Copyright, 1898, by Francis. Day & Hunter.
Words by A. J. Mills. Music by Bennett Scott.
Joe was In love with sweet Mabel,
And Dame Rumor said he was anxious to wed,
But somehow he never felt able,
To speak when his loved one was nigh;
He'd blushed like a rose when be met her,
And over each word he would stammer absurd,
But once in the form of a letter,
He thought for her heart he'd apply,
So straightway he wrote this bus'ness-like note:
"Darling Mabel, now I'm able to buy the happy home,
For they raised my pay, love, only yesterday, love;
Will you marry? do not tarry, answer 'yes' or 'no,'
I conclude with love and kisses, yours forever, Joe."
Joe for his sweet Mabel's answer,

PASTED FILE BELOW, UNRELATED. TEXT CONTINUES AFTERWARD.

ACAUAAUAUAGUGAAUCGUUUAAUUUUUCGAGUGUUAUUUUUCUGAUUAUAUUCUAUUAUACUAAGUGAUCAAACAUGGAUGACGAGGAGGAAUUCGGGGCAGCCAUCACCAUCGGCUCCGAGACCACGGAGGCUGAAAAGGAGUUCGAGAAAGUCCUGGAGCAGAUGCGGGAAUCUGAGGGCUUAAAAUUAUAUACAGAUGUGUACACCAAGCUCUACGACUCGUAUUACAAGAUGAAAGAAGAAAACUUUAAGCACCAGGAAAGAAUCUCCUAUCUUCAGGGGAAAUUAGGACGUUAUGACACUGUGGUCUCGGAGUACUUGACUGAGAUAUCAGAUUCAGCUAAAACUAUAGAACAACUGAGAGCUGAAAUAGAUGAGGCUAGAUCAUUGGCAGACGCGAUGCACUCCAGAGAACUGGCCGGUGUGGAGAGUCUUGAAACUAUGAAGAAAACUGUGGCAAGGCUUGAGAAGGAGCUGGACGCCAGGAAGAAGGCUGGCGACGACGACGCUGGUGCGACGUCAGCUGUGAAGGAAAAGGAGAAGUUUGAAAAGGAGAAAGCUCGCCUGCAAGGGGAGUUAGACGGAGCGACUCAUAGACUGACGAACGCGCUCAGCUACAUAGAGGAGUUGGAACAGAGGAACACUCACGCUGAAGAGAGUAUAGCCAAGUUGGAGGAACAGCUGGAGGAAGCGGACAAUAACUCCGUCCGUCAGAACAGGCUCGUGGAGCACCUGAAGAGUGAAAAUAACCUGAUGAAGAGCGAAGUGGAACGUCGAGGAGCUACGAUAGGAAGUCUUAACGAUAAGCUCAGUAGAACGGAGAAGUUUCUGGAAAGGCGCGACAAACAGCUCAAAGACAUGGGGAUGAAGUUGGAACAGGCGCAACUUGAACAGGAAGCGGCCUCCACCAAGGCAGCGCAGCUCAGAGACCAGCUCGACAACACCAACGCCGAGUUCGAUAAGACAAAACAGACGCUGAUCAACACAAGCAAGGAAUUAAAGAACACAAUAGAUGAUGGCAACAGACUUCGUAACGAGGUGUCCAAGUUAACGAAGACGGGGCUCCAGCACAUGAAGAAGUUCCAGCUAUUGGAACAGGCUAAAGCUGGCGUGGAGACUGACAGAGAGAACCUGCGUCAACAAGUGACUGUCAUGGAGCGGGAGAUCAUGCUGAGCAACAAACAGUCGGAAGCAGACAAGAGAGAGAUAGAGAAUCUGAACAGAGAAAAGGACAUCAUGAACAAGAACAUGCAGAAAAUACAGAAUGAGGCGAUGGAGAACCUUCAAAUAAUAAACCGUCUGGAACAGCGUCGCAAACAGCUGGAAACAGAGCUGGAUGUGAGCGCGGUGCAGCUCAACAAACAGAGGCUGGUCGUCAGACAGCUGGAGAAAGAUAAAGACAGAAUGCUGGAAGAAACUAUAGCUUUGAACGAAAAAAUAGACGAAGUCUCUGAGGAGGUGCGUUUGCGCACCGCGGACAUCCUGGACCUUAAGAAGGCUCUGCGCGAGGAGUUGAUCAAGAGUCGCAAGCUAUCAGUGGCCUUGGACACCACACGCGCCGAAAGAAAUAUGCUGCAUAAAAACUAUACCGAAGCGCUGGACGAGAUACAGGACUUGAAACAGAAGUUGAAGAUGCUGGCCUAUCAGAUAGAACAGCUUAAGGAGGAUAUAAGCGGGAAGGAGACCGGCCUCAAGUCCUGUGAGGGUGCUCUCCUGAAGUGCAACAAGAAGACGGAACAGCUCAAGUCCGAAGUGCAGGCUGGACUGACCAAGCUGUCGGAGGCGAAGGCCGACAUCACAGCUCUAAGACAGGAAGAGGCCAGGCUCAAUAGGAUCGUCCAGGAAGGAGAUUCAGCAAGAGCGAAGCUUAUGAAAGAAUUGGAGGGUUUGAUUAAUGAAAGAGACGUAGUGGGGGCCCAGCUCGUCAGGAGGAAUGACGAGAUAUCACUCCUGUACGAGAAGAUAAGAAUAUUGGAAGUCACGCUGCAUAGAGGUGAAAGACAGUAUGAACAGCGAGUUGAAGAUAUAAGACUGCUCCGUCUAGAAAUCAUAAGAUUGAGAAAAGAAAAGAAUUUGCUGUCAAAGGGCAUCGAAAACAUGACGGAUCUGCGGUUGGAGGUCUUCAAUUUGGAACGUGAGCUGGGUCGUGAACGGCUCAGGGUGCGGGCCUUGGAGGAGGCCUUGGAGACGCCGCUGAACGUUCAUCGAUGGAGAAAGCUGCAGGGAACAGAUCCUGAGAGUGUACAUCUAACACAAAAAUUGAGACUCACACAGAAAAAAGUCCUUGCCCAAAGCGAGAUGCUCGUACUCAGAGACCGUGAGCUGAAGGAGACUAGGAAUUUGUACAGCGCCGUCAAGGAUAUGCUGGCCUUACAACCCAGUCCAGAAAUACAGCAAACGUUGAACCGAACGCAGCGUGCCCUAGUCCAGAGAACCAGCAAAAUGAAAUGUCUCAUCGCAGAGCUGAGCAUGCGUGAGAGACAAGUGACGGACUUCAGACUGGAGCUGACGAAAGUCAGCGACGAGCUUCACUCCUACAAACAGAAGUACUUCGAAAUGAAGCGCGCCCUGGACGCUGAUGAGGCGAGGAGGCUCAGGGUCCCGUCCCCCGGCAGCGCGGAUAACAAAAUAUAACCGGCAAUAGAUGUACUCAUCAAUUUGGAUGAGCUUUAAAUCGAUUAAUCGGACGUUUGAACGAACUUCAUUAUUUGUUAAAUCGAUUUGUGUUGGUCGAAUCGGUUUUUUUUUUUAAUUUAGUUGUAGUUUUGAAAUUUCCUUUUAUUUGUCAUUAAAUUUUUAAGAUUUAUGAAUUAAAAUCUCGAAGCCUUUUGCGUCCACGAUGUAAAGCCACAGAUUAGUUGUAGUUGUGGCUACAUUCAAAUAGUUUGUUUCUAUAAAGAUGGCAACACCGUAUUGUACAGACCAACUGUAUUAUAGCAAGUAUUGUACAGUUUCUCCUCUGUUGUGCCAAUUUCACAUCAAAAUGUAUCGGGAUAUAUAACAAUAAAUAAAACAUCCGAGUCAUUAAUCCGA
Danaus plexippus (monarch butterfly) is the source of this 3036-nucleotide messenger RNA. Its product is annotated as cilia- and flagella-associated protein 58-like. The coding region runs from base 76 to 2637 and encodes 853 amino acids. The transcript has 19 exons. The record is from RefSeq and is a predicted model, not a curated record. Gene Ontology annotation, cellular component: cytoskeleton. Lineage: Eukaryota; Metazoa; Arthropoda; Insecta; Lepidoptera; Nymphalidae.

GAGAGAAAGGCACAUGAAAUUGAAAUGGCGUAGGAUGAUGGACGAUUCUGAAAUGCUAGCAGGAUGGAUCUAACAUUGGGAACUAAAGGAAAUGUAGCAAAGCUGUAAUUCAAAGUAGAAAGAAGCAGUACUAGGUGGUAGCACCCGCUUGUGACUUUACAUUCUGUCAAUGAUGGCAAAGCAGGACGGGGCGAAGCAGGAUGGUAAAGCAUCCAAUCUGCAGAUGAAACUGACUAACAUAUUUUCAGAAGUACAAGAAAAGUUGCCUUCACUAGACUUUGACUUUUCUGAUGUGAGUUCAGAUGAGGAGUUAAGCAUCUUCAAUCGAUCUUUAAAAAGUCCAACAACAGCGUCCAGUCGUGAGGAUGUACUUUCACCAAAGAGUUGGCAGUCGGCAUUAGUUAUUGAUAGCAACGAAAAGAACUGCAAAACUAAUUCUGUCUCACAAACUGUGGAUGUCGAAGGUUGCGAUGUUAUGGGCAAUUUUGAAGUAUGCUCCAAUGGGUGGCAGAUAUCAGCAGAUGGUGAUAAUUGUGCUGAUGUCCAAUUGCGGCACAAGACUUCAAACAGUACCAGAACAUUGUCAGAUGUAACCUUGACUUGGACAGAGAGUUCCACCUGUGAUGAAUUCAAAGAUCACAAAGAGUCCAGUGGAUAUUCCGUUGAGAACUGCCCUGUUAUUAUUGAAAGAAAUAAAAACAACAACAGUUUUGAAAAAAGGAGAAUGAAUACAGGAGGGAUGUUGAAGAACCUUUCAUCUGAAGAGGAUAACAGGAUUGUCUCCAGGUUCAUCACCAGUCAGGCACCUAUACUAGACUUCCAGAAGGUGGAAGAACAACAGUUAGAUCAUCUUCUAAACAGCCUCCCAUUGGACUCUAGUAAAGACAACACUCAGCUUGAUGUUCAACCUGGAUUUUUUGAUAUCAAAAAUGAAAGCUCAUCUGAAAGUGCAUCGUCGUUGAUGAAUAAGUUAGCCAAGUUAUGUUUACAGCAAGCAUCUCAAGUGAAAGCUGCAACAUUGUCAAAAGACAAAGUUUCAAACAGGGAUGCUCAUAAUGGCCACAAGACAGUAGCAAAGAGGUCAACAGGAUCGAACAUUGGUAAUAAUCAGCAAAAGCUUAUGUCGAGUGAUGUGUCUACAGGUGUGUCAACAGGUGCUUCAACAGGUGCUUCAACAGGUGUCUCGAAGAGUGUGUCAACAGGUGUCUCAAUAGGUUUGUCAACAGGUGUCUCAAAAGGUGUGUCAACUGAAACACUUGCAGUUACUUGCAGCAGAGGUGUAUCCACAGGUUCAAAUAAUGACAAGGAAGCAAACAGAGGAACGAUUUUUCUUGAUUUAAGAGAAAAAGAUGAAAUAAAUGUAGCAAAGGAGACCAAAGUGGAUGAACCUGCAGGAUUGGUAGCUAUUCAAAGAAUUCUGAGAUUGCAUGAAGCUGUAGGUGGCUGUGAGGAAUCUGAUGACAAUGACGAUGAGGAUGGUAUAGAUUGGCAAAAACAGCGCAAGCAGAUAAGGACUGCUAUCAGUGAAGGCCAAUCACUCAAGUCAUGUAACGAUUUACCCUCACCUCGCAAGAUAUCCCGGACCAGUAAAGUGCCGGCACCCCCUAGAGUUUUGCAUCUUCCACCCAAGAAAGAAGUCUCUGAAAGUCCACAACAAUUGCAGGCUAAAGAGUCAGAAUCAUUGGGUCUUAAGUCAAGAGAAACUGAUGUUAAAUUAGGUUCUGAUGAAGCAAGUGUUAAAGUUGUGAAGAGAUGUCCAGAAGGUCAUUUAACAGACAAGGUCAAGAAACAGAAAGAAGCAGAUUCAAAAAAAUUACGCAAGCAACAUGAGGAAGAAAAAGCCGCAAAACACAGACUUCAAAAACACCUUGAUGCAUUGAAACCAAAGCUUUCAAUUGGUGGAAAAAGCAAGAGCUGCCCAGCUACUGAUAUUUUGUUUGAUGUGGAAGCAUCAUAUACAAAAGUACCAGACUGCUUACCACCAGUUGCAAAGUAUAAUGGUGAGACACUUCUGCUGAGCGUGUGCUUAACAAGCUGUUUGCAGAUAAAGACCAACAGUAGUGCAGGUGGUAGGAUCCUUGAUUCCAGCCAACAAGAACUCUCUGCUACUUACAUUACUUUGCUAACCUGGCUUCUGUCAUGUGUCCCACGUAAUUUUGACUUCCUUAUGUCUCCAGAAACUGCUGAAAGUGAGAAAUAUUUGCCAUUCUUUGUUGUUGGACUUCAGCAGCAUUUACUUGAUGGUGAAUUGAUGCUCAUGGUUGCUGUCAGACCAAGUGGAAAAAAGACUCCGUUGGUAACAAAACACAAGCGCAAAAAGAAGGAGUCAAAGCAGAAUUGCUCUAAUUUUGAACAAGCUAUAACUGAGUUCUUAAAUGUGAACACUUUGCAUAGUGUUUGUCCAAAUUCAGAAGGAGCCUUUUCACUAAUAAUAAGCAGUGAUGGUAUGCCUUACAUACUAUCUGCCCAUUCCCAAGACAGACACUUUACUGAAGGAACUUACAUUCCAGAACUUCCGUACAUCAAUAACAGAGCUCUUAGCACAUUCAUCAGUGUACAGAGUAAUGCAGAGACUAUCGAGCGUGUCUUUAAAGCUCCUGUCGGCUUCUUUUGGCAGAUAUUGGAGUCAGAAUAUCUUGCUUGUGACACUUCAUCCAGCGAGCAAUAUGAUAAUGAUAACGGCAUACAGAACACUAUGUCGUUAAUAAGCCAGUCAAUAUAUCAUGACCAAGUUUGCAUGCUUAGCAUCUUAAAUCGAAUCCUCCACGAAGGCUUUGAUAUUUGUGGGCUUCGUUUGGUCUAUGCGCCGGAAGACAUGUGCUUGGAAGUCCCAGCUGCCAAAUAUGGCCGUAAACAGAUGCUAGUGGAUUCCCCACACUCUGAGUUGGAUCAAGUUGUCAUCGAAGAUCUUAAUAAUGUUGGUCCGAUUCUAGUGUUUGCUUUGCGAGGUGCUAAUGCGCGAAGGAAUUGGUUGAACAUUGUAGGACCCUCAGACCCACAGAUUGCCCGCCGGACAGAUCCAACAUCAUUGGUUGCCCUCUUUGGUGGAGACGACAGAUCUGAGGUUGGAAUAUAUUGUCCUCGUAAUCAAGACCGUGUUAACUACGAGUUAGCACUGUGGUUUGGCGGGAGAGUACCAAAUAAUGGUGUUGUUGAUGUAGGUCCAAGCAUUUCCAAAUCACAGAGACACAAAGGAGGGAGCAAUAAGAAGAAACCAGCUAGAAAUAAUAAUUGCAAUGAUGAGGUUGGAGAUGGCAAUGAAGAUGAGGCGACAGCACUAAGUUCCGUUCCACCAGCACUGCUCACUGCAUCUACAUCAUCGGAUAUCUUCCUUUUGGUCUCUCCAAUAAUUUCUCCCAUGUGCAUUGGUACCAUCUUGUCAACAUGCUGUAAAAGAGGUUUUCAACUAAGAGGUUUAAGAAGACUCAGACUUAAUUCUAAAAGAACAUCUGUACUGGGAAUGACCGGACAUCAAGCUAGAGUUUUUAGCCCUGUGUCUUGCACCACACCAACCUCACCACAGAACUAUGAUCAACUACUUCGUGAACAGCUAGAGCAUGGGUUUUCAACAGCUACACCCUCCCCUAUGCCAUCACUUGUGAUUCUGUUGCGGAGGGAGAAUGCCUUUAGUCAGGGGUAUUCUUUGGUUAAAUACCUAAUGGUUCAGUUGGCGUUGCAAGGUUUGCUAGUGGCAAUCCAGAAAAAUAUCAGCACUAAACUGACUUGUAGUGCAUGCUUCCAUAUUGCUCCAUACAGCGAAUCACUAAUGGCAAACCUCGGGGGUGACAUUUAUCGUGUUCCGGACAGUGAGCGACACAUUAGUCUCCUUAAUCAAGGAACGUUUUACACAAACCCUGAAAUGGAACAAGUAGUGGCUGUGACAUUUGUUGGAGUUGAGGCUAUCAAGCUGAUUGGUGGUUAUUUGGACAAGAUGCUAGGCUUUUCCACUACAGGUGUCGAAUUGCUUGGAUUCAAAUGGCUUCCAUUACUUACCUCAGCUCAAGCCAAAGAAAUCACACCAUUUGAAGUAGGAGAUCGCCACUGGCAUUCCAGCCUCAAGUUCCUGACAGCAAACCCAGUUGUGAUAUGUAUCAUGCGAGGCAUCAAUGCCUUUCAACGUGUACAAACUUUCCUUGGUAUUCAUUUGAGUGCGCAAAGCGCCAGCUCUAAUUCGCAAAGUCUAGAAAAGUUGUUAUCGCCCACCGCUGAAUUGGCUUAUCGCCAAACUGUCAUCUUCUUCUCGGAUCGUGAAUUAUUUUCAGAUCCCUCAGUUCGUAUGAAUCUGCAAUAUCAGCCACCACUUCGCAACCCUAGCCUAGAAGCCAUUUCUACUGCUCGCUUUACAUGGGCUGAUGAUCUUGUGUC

Would wait on the mat for the postman's rat-tat.
And wonder if she'd say "I can't, sir!"
Or promise to he his own wife:
He waited six months and got thinner,
He'd sob and he'd sigh and would pipe his blue eye,
Would go without breakfast or dinner;
In fact he felt tired of his life,
In dreams be would quote that letter be wrote.- Chorus.
This is the sequel I'm stating,
For truth now to tell, Mabel loved him quite well,
Then why did she keep the chap waiting?
The answer's as plain as can be;
His life he'd determined to end it,
When in his old coat he discovered the note,
Somehow he'd forgotten to send it;
He rushed off to Mabel with glee;
Their wedding's to-day, he found pluck to say:-Chorus.